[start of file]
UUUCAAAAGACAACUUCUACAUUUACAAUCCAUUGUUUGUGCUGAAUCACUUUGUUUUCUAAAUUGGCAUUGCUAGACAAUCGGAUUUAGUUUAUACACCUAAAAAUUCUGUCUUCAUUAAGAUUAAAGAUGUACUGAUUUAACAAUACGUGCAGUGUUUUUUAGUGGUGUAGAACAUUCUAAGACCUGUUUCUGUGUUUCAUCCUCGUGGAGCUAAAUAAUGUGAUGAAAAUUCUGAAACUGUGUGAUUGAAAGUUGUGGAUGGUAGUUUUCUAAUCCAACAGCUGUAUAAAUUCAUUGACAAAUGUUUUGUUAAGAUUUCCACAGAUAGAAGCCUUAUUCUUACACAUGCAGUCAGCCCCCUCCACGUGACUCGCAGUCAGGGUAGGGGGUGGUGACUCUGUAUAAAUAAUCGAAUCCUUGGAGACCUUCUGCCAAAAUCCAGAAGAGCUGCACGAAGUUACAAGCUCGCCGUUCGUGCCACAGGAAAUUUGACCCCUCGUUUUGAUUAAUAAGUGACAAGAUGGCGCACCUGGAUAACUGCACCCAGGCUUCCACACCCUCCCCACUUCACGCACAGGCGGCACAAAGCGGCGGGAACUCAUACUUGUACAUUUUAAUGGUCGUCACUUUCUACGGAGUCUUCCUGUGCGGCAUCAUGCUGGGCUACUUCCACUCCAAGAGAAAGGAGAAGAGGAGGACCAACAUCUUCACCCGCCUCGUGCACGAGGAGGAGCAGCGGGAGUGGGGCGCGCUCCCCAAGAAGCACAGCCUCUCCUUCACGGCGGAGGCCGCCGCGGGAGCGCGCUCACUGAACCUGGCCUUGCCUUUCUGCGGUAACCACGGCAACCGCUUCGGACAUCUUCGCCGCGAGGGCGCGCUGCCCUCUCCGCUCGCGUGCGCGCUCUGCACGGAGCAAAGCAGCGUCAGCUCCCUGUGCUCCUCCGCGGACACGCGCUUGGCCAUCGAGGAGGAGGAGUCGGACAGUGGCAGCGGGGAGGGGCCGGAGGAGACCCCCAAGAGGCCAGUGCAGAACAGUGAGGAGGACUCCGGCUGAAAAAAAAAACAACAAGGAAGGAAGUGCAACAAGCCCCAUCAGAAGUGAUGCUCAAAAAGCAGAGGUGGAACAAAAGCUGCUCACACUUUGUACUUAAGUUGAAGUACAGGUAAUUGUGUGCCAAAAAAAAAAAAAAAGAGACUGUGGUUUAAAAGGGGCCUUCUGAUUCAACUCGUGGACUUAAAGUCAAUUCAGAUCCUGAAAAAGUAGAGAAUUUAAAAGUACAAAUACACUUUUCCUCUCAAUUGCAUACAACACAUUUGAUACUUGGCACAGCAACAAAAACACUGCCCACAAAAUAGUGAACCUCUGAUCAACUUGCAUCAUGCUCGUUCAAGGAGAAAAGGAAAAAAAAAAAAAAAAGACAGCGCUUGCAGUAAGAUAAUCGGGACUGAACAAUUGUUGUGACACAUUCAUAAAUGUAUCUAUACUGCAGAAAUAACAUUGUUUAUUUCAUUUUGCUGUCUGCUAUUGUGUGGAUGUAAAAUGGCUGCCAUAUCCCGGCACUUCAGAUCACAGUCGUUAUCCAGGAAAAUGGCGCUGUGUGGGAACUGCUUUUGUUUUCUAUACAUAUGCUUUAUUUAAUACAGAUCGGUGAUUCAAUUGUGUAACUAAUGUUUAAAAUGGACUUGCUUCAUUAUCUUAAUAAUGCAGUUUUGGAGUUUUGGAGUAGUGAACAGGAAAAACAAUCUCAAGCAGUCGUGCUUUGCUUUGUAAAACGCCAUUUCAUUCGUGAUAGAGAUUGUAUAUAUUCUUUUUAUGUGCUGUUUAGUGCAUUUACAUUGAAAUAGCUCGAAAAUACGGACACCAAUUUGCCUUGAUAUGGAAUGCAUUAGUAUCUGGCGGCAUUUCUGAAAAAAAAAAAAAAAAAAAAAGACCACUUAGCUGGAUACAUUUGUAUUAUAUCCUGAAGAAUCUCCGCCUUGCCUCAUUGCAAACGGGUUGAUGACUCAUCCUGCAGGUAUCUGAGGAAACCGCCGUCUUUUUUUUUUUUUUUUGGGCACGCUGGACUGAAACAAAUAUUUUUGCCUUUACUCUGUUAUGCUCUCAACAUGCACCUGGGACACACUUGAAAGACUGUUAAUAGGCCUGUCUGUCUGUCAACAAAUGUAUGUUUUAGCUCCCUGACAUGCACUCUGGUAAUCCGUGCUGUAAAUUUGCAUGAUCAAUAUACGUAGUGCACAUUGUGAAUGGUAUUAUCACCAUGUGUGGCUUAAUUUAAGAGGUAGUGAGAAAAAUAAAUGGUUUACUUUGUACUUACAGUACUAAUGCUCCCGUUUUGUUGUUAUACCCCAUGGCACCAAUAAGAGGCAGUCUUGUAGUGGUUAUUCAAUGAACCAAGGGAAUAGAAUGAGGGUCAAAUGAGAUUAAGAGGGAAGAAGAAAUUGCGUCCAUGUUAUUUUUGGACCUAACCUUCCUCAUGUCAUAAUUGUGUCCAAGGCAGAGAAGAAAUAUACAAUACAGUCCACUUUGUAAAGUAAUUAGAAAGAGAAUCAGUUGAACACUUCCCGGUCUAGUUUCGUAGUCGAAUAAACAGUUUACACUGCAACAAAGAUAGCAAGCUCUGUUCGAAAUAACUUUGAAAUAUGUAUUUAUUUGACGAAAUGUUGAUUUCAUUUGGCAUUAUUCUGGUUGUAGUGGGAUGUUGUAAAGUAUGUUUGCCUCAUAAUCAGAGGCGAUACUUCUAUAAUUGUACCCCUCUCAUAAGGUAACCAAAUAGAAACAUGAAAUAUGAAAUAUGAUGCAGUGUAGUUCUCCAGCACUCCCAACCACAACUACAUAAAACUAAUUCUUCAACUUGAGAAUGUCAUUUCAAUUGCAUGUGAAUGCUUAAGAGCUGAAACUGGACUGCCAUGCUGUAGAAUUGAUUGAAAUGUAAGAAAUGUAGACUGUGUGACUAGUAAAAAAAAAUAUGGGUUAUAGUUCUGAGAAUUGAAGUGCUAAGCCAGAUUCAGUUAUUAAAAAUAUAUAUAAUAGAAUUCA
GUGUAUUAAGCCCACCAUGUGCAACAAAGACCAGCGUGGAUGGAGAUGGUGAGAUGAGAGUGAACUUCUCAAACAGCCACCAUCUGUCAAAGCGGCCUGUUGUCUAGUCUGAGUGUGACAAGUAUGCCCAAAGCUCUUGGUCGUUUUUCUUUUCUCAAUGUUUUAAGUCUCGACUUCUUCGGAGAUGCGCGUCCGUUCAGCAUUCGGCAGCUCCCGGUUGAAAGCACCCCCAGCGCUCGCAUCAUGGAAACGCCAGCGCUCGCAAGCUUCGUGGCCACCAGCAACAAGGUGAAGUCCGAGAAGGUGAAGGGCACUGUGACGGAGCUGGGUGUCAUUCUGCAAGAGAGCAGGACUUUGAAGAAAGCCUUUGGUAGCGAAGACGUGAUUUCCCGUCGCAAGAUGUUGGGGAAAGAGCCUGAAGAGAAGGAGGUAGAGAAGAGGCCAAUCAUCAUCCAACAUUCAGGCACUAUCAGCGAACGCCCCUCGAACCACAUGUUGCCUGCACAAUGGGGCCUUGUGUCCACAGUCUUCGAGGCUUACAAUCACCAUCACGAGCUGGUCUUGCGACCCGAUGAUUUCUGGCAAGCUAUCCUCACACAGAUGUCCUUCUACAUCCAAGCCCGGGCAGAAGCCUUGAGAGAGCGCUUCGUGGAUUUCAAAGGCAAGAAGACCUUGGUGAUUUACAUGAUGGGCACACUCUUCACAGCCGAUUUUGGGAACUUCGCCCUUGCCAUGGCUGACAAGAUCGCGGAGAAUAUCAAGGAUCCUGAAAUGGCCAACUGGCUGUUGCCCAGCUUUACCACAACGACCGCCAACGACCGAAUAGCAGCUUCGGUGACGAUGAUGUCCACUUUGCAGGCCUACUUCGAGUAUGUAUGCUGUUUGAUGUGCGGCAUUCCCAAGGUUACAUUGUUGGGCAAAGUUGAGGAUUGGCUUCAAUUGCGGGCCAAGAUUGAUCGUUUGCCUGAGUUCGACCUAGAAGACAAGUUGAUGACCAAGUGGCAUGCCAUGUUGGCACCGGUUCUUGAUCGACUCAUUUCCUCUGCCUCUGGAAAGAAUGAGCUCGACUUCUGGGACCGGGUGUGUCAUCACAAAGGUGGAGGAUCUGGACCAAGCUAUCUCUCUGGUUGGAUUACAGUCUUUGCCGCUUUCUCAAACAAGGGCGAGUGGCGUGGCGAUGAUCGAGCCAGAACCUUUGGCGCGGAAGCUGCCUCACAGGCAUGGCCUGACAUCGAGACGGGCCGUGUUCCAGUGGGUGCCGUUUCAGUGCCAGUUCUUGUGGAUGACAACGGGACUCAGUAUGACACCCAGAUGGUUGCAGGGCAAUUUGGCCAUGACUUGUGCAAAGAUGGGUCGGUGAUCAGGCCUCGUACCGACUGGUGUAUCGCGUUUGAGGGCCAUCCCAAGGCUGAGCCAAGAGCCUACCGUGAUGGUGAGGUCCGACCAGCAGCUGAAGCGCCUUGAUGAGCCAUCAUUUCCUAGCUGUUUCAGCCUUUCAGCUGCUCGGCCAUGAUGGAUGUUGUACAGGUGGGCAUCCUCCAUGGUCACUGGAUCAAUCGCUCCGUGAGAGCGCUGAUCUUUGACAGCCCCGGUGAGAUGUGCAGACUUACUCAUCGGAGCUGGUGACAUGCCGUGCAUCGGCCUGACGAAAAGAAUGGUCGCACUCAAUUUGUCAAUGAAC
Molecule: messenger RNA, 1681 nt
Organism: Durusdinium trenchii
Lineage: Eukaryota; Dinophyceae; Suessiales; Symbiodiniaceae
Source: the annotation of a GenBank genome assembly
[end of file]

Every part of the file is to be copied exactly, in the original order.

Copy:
UUUCAAAAGACAACUUCUACAUUUACAAUCCAUUGUUUGUGCUGAAUCACUUUGUUUUCUAAAUUGGCAUUGCUAGACAAUCGGAUUUAGUUUAUACACCUAAAAAUUCUGUCUUCAUUAAGAUUAAAGAUGUACUGAUUUAACAAUACGUGCAGUGUUUUUUAGUGGUGUAGAACAUUCUAAGACCUGUUUCUGUGUUUCAUCCUCGUGGAGCUAAAUAAUGUGAUGAAAAUUCUGAAACUGUGUGAUUGAAAGUUGUGGAUGGUAGUUUUCUAAUCCAACAGCUGUAUAAAUUCAUUGACAAAUGUUUUGUUAAGAUUUCCACAGAUAGAAGCCUUAUUCUUACACAUGCAGUCAGCCCCCUCCACGUGACUCGCAGUCAGGGUAGGGGGUGGUGACUCUGUAUAAAUAAUCGAAUCCUUGGAGACCUUCUGCCAAAAUCCAGAAGAGCUGCACGAAGUUACAAGCUCGCCGUUCGUGCCACAGGAAAUUUGACCCCUCGUUUUGAUUAAUAAGUGACAAGAUGGCGCACCUGGAUAACUGCACCCAGGCUUCCACACCCUCCCCACUUCACGCACAGGCGGCACAAAGCGGCGGGAACUCAUACUUGUACAUUUUAAUGGUCGUCACUUUCUACGGAGUCUUCCUGUGCGGCAUCAUGCUGGGCUACUUCCACUCCAAGAGAAAGGAGAAGAGGAGGACCAACAUCUUCACCCGCCUCGUGCACGAGGAGGAGCAGCGGGAGUGGGGCGCGCUCCCCAAGAAGCACAGCCUCUCCUUCACGGCGGAGGCCGCCGCGGGAGCGCGCUCACUGAACCUGGCCUUGCCUUUCUGCGGUAACCACGGCAACCGCUUCGGACAUCUUCGCCGCGAGGGCGCGCUGCCCUCUCCGCUCGCGUGCGCGCUCUGCACGGAGCAAAGCAGCGUCAGCUCCCUGUGCUCCUCCGCGGACACGCGCUUGGCCAUCGAGGAGGAGGAGUCGGACAGUGGCAGCGGGGAGGGGCCGGAGGAGACCCCCAAGAGGCCAGUGCAGAACAGUGAGGAGGACUCCGGCUGAAAAAAAAAACAACAAGGAAGGAAGUGCAACAAGCCCCAUCAGAAGUGAUGCUCAAAAAGCAGAGGUGGAACAAAAGCUGCUCACACUUUGUACUUAAGUUGAAGUACAGGUAAUUGUGUGCCAAAAAAAAAAAAAAAGAGACUGUGGUUUAAAAGGGGCCUUCUGAUUCAACUCGUGGACUUAAAGUCAAUUCAGAUCCUGAAAAAGUAGAGAAUUUAAAAGUACAAAUACACUUUUCCUCUCAAUUGCAUACAACACAUUUGAUACUUGGCACAGCAACAAAAACACUGCCCACAAAAUAGUGAACCUCUGAUCAACUUGCAUCAUGCUCGUUCAAGGAGAAAAGGAAAAAAAAAAAAAAAAGACAGCGCUUGCAGUAAGAUAAUCGGGACUGAACAAUUGUUGUGACACAUUCAUAAAUGUAUCUAUACUGCAGAAAUAACAUUGUUUAUUUCAUUUUGCUGUCUGCUAUUGUGUGGAUGUAAAAUGGCUGCCAUAUCCCGGCACUUCAGAUCACAGUCGUUAUCCAGGAAAAUGGCGCUGUGUGGGAACUGCUUUUGUUUUCUAUACAUAUGCUUUAUUUAAUACAGAUCGGUGAUUCAAUUGUGUAACUAAUGUUUAAAAUGGACUUGCUUCAUUAUCUUAAUAAUGCAGUUUUGGAGUUUUGGAGUAGUGAACAGGAAAAACAAUCUCAAGCAGUCGUGCUUUGCUUUGUAAAACGCCAUUUCAUUCGUGAUAGAGAUUGUAUAUAUUCUUUUUAUGUGCUGUUUAGUGCAUUUACAUUGAAAUAGCUCGAAAAUACGGACACCAAUUUGCCUUGAUAUGGAAUGCAUUAGUAUCUGGCGGCAUUUCUGAAAAAAAAAAAAAAAAAAAAAGACCACUUAGCUGGAUACAUUUGUAUUAUAUCCUGAAGAAUCUCCGCCUUGCCUCAUUGCAAACGGGUUGAUGACUCAUCCUGCAGGUAUCUGAGGAAACCGCCGUCUUUUUUUUUUUUUUUUGGGCACGCUGGACUGAAACAAAUAUUUUUGCCUUUACUCUGUUAUGCUCUCAACAUGCACCUGGGACACACUUGAAAGACUGUUAAUAGGCCUGUCUGUCUGUCAACAAAUGUAUGUUUUAGCUCCCUGACAUGCACUCUGGUAAUCCGUGCUGUAAAUUUGCAUGAUCAAUAUACGUAGUGCACAUUGUGAAUGGUAUUAUCACCAUGUGUGGCUUAAUUUAAGAGGUAGUGAGAAAAAUAAAUGGUUUACUUUGUACUUACAGUACUAAUGCUCCCGUUUUGUUGUUAUACCCCAUGGCACCAAUAAGAGGCAGUCUUGUAGUGGUUAUUCAAUGAACCAAGGGAAUAGAAUGAGGGUCAAAUGAGAUUAAGAGGGAAGAAGAAAUUGCGUCCAUGUUAUUUUUGGACCUAACCUUCCUCAUGUCAUAAUUGUGUCCAAGGCAGAGAAGAAAUAUACAAUACAGUCCACUUUGUAAAGUAAUUAGAAAGAGAAUCAGUUGAACACUUCCCGGUCUAGUUUCGUAGUCGAAUAAACAGUUUACACUGCAACAAAGAUAGCAAGCUCUGUUCGAAAUAACUUUGAAAUAUGUAUUUAUUUGACGAAAUGUUGAUUUCAUUUGGCAUUAUUCUGGUUGUAGUGGGAUGUUGUAAAGUAUGUUUGCCUCAUAAUCAGAGGCGAUACUUCUAUAAUUGUACCCCUCUCAUAAGGUAACCAAAUAGAAACAUGAAAUAUGAAAUAUGAUGCAGUGUAGUUCUCCAGCACUCCCAACCACAACUACAUAAAACUAAUUCUUCAACUUGAGAAUGUCAUUUCAAUUGCAUGUGAAUGCUUAAGAGCUGAAACUGGACUGCCAUGCUGUAGAAUUGAUUGAAAUGUAAGAAAUGUAGACUGUGUGACUAGUAAAAAAAAAUAUGGGUUAUAGUUCUGAGAAUUGAAGUGCUAAGCCAGAUUCAGUUAUUAAAAAUAUAUAUAAUAGAAUUCA
GUGUAUUAAGCCCACCAUGUGCAACAAAGACCAGCGUGGAUGGAGAUGGUGAGAUGAGAGUGAACUUCUCAAACAGCCACCAUCUGUCAAAGCGGCCUGUUGUCUAGUCUGAGUGUGACAAGUAUGCCCAAAGCUCUUGGUCGUUUUUCUUUUCUCAAUGUUUUAAGUCUCGACUUCUUCGGAGAUGCGCGUCCGUUCAGCAUUCGGCAGCUCCCGGUUGAAAGCACCCCCAGCGCUCGCAUCAUGGAAACGCCAGCGCUCGCAAGCUUCGUGGCCACCAGCAACAAGGUGAAGUCCGAGAAGGUGAAGGGCACUGUGACGGAGCUGGGUGUCAUUCUGCAAGAGAGCAGGACUUUGAAGAAAGCCUUUGGUAGCGAAGACGUGAUUUCCCGUCGCAAGAUGUUGGGGAAAGAGCCUGAAGAGAAGGAGGUAGAGAAGAGGCCAAUCAUCAUCCAACAUUCAGGCACUAUCAGCGAACGCCCCUCGAACCACAUGUUGCCUGCACAAUGGGGCCUUGUGUCCACAGUCUUCGAGGCUUACAAUCACCAUCACGAGCUGGUCUUGCGACCCGAUGAUUUCUGGCAAGCUAUCCUCACACAGAUGUCCUUCUACAUCCAAGCCCGGGCAGAAGCCUUGAGAGAGCGCUUCGUGGAUUUCAAAGGCAAGAAGACCUUGGUGAUUUACAUGAUGGGCACACUCUUCACAGCCGAUUUUGGGAACUUCGCCCUUGCCAUGGCUGACAAGAUCGCGGAGAAUAUCAAGGAUCCUGAAAUGGCCAACUGGCUGUUGCCCAGCUUUACCACAACGACCGCCAACGACCGAAUAGCAGCUUCGGUGACGAUGAUGUCCACUUUGCAGGCCUACUUCGAGUAUGUAUGCUGUUUGAUGUGCGGCAUUCCCAAGGUUACAUUGUUGGGCAAAGUUGAGGAUUGGCUUCAAUUGCGGGCCAAGAUUGAUCGUUUGCCUGAGUUCGACCUAGAAGACAAGUUGAUGACCAAGUGGCAUGCCAUGUUGGCACCGGUUCUUGAUCGACUCAUUUCCUCUGCCUCUGGAAAGAAUGAGCUCGACUUCUGGGACCGGGUGUGUCAUCACAAAGGUGGAGGAUCUGGACCAAGCUAUCUCUCUGGUUGGAUUACAGUCUUUGCCGCUUUCUCAAACAAGGGCGAGUGGCGUGGCGAUGAUCGAGCCAGAACCUUUGGCGCGGAAGCUGCCUCACAGGCAUGGCCUGACAUCGAGACGGGCCGUGUUCCAGUGGGUGCCGUUUCAGUGCCAGUUCUUGUGGAUGACAACGGGACUCAGUAUGACACCCAGAUGGUUGCAGGGCAAUUUGGCCAUGACUUGUGCAAAGAUGGGUCGGUGAUCAGGCCUCGUACCGACUGGUGUAUCGCGUUUGAGGGCCAUCCCAAGGCUGAGCCAAGAGCCUACCGUGAUGGUGAGGUCCGACCAGCAGCUGAAGCGCCUUGAUGAGCCAUCAUUUCCUAGCUGUUUCAGCCUUUCAGCUGCUCGGCCAUGAUGGAUGUUGUACAGGUGGGCAUCCUCCAUGGUCACUGGAUCAAUCGCUCCGUGAGAGCGCUGAUCUUUGACAGCCCCGGUGAGAUGUGCAGACUUACUCAUCGGAGCUGGUGACAUGCCGUGCAUCGGCCUGACGAAAAGAAUGGUCGCACUCAAUUUGUCAAUGAAC
Molecule: messenger RNA, 1681 nt
Organism: Durusdinium trenchii
Lineage: Eukaryota; Dinophyceae; Suessiales; Symbiodiniaceae
Source: the annotation of a GenBank genome assembly